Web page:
Precarity, Populism and Intra-Oligarchic Conflicts

Abdil Mughis Mudhoffir6

6 Department of Sociology, State University of Jakarta, and Asia Institute, University of Melbourne , , Australia

Studies on precarity have argued that the increasing socio-economic insecurity due to the expansion of neoliberal market undermines democratic polity by way of providing ingredient for reactionary populist politics. As such proposition is mostly based on European experience, Indonesian case illustrates different trajectory of the relationship between precarity and democracy. This is because the working class in this country has long been precarious, relatively without socio-economic protection, even before the introduction of flexible labour regime. Furthermore, leftist politics that concerns with the working class’ interests has long been destructed, while democracy has been in decay since it was introduced two decades ago due to the domination of oligarchic politics. Within this context, identity politics has indeed been pervasive in the electoral contests, but why has right-wing populism appeared most dramatically after 2014? It is argued here that intra-oligarchic conflicts represented in the 2014 presidential election are key to understand such a dramatic rise of reactionary populist politics expressed through the mobilisation of Islamic and nationalist sentiments. Hence, the increasing precarity does not necessarily give rise to right-wing populism as it has more to do with the escalating national-level divisive competition among oligarchic elites.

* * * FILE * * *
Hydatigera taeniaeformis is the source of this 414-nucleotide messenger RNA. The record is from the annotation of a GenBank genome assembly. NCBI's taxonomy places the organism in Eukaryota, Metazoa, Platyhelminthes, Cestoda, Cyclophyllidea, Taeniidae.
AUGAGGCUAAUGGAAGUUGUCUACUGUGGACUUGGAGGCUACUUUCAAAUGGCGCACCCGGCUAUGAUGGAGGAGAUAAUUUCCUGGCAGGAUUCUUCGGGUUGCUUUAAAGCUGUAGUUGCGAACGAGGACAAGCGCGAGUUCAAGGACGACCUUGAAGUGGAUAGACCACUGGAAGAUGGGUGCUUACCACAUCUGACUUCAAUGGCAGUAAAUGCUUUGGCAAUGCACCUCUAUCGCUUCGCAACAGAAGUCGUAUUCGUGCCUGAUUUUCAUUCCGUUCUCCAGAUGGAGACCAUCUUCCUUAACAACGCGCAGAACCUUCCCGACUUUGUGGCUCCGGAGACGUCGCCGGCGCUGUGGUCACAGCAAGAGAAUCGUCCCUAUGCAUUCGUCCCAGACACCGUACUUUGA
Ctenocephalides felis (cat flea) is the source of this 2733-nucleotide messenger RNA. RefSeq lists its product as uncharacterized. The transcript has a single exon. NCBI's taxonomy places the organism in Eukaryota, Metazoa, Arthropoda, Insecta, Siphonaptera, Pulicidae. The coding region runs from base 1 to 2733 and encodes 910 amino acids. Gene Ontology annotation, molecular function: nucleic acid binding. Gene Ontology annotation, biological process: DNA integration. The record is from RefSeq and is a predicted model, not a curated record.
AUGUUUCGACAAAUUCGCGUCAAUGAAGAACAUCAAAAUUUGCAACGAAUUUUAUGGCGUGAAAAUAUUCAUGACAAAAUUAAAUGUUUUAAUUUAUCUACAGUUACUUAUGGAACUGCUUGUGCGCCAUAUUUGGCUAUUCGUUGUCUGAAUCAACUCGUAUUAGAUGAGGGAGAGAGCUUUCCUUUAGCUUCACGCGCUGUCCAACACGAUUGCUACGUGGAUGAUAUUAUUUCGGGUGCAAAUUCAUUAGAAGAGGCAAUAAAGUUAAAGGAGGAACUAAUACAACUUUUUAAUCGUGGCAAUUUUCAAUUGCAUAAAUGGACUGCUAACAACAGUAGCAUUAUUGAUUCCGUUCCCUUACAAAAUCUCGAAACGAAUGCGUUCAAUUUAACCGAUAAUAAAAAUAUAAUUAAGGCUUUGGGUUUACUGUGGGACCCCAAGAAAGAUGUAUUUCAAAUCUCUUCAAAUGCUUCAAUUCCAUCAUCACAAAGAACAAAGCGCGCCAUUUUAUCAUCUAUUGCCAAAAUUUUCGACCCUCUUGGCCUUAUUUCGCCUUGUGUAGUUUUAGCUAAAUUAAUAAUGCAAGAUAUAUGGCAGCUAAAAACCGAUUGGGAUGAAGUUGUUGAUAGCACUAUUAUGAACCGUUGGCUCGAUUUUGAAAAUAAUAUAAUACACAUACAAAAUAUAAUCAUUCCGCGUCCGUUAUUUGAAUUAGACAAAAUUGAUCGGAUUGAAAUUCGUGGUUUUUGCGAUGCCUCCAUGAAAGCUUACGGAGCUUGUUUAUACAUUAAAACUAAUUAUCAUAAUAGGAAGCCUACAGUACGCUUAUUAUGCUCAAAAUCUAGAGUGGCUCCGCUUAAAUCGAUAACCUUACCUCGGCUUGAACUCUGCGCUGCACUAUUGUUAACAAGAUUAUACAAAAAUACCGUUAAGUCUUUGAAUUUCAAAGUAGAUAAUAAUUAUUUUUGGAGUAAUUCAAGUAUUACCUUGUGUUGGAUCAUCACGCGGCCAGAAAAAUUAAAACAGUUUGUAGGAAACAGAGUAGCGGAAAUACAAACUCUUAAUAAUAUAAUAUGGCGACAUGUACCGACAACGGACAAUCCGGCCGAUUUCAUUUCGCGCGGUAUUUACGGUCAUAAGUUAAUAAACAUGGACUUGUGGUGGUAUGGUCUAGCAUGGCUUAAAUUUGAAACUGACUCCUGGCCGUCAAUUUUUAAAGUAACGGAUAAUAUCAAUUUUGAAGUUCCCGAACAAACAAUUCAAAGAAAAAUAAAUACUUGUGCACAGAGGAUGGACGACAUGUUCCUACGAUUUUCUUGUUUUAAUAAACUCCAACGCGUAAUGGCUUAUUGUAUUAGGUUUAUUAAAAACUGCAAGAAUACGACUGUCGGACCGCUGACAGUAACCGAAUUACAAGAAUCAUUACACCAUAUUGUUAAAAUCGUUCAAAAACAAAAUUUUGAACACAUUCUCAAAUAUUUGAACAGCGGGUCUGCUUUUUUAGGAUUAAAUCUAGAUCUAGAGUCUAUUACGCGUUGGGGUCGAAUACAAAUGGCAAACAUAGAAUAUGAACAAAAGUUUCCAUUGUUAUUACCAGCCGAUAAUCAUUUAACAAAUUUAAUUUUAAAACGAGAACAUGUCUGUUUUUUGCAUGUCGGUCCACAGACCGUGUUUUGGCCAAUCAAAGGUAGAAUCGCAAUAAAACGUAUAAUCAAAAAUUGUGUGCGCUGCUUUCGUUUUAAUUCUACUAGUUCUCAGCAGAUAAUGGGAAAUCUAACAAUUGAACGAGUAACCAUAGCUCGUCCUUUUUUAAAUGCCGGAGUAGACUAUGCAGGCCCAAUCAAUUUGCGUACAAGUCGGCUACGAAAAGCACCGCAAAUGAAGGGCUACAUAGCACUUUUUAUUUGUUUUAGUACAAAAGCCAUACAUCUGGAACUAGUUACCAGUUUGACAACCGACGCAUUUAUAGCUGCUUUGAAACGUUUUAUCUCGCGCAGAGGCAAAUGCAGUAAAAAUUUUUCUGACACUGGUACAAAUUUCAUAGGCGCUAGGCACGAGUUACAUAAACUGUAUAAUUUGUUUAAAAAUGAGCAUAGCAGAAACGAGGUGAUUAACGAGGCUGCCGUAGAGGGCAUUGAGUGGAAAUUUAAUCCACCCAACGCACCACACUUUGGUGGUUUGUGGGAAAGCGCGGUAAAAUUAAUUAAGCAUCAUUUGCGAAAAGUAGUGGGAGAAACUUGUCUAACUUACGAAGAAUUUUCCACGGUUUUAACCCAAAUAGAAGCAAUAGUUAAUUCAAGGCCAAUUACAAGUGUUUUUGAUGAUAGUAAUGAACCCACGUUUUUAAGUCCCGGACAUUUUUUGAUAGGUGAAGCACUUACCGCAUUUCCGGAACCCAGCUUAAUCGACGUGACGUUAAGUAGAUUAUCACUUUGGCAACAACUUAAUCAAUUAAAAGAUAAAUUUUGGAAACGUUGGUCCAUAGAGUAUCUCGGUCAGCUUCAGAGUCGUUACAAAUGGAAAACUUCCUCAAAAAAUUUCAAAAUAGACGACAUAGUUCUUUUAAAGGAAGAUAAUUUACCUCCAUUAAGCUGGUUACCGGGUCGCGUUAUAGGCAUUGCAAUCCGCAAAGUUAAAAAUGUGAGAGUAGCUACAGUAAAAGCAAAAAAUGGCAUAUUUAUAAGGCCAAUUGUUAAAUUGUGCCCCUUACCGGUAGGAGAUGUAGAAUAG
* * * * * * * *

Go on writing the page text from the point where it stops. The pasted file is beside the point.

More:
Abdil Mughis Mudhoffir is a PhD candidate at the Asia Institute, University of Melbourne, and a lecturer at the Department of Sociology, State University of Jakarta. His article ‘Islamic Militias and Capitalist Development in Post-Authoritarian Indonesia’ won the 2018 Journal of Contemporary Asia Best Article Prize.


The Asian Studies Association of Australia (ASAA) is the peak body of university experts and educators on Asia in Australia. Established in 1976, we promote and support the study of Asia in Australian universities and knowledge of Asia among the broader community. Our membership is drawn mainly from academics and students, but also includes industry and government Asia experts. We take a strong interest in promoting knowledge about Asia in schools and in contributing to state and Commonwealth government policies related to Asia. We provide informed comment on Asia to a broad public through our bulletin, Asian Currents, and specialist research articles in our journal, Asian Studies Review. Four book series published under our auspices cover Southeast Asia, South Asia, East Asia and Women in Asia.

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